Four Notes for Your Calendar

40 Days for Life Fall 2018 Campaign

The next 40 Days for Life campaign begins on September 26 and ends on November 4. Learn more about the peaceful pro-life witness at 40daysforlife.com, where you can also look up your local campaign in order to sign up for vigil hours.

Kickoff rallies for the Manchester and Greenland, N.H. campaigns will take place at 2 p.m. on Sunday, September 23. Manchester’s rally will take place at Ste. Marie Church, and you can RSVP online.  Greenland’s rally will be in the Greenland town offices parking lot; learn more on the Facebook event page.

New Hampshire Right to Life Banquet

The annual benefit banquet benefiting the New Hampshire Right to Life Committee will take place October 4, 2018 at the Executive Court in Manchester. See the NHRTL web site for details and ticket information. The featured speaker will be Sue Ann Browder.

St. Charles 5k Road Race

The 22nd annual St. Charles 5k race is coming up on Labor Day, September 3.  Get details at the race web site and register today. Runners and walkers alike are welcome at this terrific event that benefits the work of St. Charles School, where the “Running Nuns” provide academic, social, emotional and behavioral services in a therapeutic setting for male and female students in grades K-8.

Primary Election Day: September 11, 2018

The primary election for New Hampshire federal, state and county offices is Tuesday, September 11. If you are eligible to vote in a primary (contact your town clerk with any questions about that), you can find a sample ballot now at your town hall or at the Secretary of State’s web site. Now’s the time to do your research on the candidates.

I wrote awhile ago about some 2018 New Hampshire House life-issue votes. If your state reps are running for re-election, you might be interested in how they voted on things like conscience rights for medical personnel (HB 1787; the motion was “inexpedient to legislate” so a Nay vote indicated support for the bill), and on abortion statistics (HB 471; the last motion on the bill was “inexpedient to legislate” so a Nay vote indicated support for the bill).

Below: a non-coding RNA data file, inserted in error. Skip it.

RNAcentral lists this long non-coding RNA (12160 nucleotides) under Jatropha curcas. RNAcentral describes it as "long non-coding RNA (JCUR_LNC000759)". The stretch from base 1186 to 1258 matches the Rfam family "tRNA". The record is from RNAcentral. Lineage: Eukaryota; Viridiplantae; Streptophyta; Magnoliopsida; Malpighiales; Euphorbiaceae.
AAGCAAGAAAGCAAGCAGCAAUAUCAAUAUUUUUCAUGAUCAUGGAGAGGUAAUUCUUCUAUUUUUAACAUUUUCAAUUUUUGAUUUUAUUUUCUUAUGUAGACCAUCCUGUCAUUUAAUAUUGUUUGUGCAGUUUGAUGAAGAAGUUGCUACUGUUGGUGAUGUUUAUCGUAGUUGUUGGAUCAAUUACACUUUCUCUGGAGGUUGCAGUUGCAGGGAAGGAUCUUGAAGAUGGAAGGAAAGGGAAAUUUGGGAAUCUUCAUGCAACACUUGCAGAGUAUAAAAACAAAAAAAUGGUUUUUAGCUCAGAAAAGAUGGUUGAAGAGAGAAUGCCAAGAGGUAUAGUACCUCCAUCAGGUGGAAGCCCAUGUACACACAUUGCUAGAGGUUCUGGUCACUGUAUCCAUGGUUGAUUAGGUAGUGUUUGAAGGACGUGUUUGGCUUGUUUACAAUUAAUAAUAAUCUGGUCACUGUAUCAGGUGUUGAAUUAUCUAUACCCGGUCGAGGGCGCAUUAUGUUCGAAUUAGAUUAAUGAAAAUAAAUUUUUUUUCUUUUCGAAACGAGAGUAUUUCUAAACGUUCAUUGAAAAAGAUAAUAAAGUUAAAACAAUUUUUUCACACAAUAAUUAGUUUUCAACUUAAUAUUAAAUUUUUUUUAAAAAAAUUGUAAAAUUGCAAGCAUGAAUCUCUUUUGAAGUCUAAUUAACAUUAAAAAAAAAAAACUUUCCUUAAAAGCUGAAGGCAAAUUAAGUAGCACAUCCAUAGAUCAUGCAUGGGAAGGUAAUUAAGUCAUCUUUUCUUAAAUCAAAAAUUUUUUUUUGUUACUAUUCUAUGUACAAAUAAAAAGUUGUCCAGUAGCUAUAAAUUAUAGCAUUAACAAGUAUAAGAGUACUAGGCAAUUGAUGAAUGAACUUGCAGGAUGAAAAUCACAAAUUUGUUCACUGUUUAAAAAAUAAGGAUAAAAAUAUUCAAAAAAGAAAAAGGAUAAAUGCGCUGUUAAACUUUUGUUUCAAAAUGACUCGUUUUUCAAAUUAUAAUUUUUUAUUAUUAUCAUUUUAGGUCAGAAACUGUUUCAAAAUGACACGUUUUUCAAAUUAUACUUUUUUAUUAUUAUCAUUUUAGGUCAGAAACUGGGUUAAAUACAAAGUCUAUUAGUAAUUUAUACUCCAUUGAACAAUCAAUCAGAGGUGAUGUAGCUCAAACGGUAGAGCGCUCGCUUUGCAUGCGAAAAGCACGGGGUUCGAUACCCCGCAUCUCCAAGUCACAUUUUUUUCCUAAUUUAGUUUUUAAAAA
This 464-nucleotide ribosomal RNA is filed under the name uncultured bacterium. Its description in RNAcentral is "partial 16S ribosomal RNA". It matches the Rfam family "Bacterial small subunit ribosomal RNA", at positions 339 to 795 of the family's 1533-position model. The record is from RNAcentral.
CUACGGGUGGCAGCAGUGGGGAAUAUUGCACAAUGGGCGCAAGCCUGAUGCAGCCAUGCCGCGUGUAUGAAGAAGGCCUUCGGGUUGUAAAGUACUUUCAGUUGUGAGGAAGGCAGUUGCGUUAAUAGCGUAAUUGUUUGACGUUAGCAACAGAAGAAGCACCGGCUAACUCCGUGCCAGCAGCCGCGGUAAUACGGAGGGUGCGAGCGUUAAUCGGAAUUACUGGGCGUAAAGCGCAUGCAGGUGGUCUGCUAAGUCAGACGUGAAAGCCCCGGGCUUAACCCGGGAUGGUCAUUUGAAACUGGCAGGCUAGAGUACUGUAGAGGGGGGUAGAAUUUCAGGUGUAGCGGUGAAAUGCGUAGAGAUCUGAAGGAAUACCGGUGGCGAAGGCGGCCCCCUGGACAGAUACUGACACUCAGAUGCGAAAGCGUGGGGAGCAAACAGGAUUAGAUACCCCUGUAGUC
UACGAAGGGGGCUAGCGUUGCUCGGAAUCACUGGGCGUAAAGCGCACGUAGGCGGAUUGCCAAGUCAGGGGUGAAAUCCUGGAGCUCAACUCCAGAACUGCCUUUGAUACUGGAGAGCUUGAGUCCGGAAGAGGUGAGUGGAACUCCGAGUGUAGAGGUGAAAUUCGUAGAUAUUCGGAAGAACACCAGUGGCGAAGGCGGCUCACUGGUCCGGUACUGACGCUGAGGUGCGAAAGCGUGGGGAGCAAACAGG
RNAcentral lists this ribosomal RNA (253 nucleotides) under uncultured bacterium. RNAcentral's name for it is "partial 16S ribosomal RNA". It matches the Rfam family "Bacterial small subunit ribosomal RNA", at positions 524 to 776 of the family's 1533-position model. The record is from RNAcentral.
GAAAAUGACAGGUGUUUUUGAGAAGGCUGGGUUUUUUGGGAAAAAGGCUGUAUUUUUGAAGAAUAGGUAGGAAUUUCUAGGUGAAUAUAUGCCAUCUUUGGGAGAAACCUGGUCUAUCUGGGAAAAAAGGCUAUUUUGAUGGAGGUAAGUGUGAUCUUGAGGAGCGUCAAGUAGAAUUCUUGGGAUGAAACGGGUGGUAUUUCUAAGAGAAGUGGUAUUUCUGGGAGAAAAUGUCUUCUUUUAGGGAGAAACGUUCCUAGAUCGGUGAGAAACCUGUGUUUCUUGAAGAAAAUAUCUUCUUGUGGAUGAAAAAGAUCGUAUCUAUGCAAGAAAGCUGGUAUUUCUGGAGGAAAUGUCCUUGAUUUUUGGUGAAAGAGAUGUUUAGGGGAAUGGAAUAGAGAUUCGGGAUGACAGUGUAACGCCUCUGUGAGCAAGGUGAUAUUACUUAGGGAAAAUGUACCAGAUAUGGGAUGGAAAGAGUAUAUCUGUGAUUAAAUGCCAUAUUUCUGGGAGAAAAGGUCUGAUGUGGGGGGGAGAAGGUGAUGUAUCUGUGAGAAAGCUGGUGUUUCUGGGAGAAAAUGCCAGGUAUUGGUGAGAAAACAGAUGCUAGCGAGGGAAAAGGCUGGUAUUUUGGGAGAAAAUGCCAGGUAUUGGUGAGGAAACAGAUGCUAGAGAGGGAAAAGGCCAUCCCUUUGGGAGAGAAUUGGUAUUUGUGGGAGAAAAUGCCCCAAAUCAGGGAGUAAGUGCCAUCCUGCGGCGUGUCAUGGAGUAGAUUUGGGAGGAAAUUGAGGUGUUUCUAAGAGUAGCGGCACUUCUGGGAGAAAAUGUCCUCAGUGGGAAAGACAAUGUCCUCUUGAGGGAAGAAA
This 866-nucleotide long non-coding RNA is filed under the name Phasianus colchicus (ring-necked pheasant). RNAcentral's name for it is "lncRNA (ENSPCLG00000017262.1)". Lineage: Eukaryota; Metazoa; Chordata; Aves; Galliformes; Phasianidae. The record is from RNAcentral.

Just a few degrees off topic: casinos and running nuns

Not precisely “life issues” here, but certainly cultural ones:

A New Hampshire House joint committee of Finance and Ways and Means voted 23-22 today to recommend that a casino bill be killed. SB 152 has been studied and amended and studied some more, after a decade or more of failed casino legislation. The full House will vote next Wednesday, the 22nd. A remarkably broad and diverse coalition of state residents (including your humble author) are working together to kill the bill. Both sides have an intense week of lobbying ahead.

A casino without a regulatory structure in place, being pushed as a solution to the state’s financial troubles? I don’t buy it. (I disagree with some good people on this one.)  I find the potential social costs a dealbreaker.

St. Charles Eagles in action
St. Charles Eagles in action

And now for something completely different: The University of New Hampshire will honor the “running nuns” of St. Charles Home in Rochester at this weekend’s commencement ceremony. Formally known as the Daughters of Mary, Mother of Healing Love, these women care for troubled kids who are temporarily removed from their families by court order. A few years back, one of the nuns started running with a girl who was a temporary resident, and the running did wonders for both of them. Since then, everyone at St. Charles has gotten into the act. The nuns run in full habit (with running shoes) at local 5-Ks alongside the kids who are decked out in red “St. Charles Eagles” singlets. Those who don’t run come along to cheer for the rest of the team.

Their annual 5-K race in Portsmouth on Labor Day is a great opportunity to see the St. Charles Eagles in action and to meet some of these extraordinary people. Information on the 2013 race should be available shortly.